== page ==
Influence of heart rate on left ventricular performance in conscious dogs.
The effects of atrial pacing on the left ventricular end-systolic pressure-volume relation, a relatively load-insensitive index of left ventricular performance, were studied in 8 chronically instrumented, conscious dogs. Six of the dogs were studied while autonomically intact, and 2 were studied after autonomic blockade with 2 mg/kg i.v. propranolol and 0.2 mg/kg i.v. atropine. Left ventricular pressure was measured with a micromanometer and left ventricular volume was determined from 3 ultrasonic orthogonal dimensions. Pressure was varied by caval occlusions at control heart rate and after atrial pacing at 100, 120, 140, 160, 180, and 200 bpm. The end-systolic pressure-volume relation was linear in every case (r = 0.97 +/- 0.03, SD). In the autonomically intact dogs, Emax, the slope of the end-systolic pressure-volume relation, was directly and monotonically related to heart rate in every dog, increasing to 238 +/- 99% of control at peak pacing rate (p less than 0.05). V0, the zero pressure intercept of the relation was also directly related to heart rate in every dog and increased 8.6 +/- 5.5 ml from control to peak pacing rate (p less than 0.05). Autonomic blockade did not attenuate these effects. This rightward shift of the end-systolic pressure-volume relation results in a reduced stroke volume from any end-diastolic volume, modulating the hemodynamic benefits of enhanced contractility. T, the time constant of isovolumic pressure fall during ventricular relaxation, was determined from beats with matched end-systolic pressures. T was related to heart rate, falling by 20 +/- 10.3% over the range of rates studied in the autonomically intact dogs and by 23.1 +/- 6.2% in the autonomically blocked dogs. Thus, the ventricle relaxes more rapidly at higher heart rates. We conclude that the frequency of contraction is concluded as an important determinant of overall pump function throughout the cardiac cycle in conscious dogs.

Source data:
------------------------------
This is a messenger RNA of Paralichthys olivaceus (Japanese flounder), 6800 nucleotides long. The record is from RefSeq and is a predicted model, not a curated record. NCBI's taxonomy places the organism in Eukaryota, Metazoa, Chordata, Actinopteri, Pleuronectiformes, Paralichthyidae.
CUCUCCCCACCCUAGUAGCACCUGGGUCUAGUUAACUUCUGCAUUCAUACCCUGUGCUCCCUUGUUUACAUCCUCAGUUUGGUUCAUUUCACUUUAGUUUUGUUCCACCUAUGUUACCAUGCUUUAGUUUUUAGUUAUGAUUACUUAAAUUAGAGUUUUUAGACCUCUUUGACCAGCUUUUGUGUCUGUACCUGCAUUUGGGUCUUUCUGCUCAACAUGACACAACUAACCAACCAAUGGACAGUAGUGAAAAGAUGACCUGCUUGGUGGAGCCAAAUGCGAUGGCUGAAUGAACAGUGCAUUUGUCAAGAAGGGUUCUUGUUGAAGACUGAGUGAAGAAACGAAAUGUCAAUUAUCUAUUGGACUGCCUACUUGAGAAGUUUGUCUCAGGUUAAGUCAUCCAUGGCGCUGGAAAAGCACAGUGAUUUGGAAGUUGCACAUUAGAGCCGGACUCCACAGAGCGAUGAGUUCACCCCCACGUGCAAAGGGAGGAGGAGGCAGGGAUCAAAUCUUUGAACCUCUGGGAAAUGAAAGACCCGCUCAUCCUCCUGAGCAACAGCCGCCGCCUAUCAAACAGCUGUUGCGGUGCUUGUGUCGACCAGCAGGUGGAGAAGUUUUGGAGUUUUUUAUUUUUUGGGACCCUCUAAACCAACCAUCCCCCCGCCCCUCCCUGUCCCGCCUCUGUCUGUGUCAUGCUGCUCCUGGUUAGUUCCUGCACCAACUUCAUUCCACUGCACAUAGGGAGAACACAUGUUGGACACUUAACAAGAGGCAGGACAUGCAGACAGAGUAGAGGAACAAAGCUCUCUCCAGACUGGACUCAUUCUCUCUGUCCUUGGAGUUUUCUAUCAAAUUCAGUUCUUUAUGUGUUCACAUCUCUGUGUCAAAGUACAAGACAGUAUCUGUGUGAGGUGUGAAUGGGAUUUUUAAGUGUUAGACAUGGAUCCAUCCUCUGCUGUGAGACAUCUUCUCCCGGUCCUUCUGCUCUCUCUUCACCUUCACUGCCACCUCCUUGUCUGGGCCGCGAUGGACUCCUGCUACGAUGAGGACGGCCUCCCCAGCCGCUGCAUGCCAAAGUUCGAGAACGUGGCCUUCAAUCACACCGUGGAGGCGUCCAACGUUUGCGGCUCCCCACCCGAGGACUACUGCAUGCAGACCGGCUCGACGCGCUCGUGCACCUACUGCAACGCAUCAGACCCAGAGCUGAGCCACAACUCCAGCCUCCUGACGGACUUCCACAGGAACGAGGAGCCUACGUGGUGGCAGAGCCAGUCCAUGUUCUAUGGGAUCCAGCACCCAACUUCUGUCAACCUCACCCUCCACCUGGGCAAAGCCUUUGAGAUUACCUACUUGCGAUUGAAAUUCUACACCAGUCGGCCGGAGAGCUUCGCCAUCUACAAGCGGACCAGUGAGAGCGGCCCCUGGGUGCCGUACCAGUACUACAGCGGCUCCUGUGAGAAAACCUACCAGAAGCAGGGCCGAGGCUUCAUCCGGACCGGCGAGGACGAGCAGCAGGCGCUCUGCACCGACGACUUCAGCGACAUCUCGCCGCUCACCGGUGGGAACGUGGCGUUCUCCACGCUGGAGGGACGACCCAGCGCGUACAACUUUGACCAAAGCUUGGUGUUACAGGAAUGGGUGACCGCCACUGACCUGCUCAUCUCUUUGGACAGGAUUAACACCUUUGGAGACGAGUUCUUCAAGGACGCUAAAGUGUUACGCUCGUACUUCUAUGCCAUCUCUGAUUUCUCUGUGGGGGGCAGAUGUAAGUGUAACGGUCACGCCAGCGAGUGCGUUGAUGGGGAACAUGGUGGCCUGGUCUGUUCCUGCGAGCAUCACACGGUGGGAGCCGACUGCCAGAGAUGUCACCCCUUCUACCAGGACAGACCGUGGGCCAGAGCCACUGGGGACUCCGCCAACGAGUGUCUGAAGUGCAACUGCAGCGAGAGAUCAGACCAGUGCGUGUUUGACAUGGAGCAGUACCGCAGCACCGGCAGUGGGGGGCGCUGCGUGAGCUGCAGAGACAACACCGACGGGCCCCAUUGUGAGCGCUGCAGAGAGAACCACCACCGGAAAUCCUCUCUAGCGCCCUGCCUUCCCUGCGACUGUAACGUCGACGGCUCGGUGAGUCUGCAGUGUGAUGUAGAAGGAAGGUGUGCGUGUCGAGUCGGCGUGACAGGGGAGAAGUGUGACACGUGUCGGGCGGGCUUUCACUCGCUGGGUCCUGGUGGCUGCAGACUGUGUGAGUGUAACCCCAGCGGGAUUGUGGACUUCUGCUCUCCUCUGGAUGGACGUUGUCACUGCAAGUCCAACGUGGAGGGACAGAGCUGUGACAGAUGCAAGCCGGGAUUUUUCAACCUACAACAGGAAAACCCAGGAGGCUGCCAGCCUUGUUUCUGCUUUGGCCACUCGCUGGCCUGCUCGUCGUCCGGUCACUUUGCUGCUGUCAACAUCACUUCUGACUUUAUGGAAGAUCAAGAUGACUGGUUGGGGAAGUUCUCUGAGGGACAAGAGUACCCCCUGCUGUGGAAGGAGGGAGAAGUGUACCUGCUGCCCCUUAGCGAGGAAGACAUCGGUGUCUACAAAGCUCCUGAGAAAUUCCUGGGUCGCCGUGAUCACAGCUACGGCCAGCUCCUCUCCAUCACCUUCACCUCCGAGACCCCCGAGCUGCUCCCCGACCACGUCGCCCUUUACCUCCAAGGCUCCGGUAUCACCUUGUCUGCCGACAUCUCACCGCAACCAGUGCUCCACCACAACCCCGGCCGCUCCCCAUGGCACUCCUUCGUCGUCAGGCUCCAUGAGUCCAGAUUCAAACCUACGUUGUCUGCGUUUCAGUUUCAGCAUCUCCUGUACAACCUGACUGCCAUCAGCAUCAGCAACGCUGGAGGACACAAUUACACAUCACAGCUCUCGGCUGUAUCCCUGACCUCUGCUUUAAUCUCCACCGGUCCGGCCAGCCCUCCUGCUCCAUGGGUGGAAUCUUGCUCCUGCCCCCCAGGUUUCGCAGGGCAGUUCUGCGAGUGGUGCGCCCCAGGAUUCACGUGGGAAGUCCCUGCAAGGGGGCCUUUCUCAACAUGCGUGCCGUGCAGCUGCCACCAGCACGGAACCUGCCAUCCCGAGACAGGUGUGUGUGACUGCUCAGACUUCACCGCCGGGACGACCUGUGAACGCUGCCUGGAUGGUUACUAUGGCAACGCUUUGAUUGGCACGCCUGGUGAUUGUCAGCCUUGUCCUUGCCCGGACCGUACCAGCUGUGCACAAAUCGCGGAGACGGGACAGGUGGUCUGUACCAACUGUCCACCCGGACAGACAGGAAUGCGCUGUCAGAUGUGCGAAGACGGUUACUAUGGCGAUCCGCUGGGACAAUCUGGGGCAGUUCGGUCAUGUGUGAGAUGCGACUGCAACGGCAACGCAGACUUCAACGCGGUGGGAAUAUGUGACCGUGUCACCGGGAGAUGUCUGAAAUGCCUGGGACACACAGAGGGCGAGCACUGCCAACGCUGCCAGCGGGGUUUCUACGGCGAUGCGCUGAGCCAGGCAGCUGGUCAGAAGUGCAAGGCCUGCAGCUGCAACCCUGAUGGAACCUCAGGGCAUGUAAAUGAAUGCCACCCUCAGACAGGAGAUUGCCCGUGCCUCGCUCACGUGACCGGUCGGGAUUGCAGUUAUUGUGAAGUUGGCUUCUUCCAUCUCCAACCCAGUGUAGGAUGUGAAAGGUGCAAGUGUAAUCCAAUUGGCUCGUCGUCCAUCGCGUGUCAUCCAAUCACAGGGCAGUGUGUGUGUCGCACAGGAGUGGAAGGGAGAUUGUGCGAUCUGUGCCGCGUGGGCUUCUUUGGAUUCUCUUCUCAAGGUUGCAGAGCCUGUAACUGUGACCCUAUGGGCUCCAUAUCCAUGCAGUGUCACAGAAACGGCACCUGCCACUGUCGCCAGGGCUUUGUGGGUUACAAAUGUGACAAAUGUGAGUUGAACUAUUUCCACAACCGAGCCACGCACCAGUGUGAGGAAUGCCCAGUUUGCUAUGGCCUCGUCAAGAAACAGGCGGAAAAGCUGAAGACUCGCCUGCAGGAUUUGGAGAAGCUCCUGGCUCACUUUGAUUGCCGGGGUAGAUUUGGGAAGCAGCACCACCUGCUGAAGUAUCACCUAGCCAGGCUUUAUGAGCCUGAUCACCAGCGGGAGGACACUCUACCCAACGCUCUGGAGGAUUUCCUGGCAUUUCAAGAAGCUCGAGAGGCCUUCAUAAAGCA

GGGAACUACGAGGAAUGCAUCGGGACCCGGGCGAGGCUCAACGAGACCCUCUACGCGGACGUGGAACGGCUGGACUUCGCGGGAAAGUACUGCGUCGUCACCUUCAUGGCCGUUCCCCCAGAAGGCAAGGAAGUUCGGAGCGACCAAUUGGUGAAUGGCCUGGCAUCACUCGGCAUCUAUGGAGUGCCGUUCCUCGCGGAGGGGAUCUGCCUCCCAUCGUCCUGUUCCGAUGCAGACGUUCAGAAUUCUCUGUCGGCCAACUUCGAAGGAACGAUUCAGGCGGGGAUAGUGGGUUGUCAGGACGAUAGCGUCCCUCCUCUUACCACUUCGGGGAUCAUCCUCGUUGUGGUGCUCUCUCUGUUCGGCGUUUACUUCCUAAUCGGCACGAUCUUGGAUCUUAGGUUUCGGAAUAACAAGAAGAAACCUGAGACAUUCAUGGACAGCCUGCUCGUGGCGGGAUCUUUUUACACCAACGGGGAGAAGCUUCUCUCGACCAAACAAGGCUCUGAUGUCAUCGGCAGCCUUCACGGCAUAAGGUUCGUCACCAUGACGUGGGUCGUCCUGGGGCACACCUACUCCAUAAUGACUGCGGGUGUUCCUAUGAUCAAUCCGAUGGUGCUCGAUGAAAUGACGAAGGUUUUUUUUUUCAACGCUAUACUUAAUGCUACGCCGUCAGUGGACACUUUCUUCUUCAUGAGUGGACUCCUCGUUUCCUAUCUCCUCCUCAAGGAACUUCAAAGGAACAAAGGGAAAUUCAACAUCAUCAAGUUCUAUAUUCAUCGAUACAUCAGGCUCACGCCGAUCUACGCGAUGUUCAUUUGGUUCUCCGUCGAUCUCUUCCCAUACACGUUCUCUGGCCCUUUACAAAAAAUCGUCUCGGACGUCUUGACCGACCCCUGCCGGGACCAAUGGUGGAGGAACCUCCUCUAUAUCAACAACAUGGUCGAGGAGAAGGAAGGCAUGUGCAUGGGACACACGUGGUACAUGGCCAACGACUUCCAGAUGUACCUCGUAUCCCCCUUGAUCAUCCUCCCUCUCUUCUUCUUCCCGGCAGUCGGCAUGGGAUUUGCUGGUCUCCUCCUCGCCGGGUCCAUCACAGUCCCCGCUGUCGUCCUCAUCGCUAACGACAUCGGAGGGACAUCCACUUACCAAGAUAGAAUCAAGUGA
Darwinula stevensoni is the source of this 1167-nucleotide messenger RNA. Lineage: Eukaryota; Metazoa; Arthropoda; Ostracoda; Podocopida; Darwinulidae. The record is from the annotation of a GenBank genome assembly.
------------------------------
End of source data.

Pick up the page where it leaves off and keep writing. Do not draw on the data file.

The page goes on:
- Copyright © 1987 by American Heart Association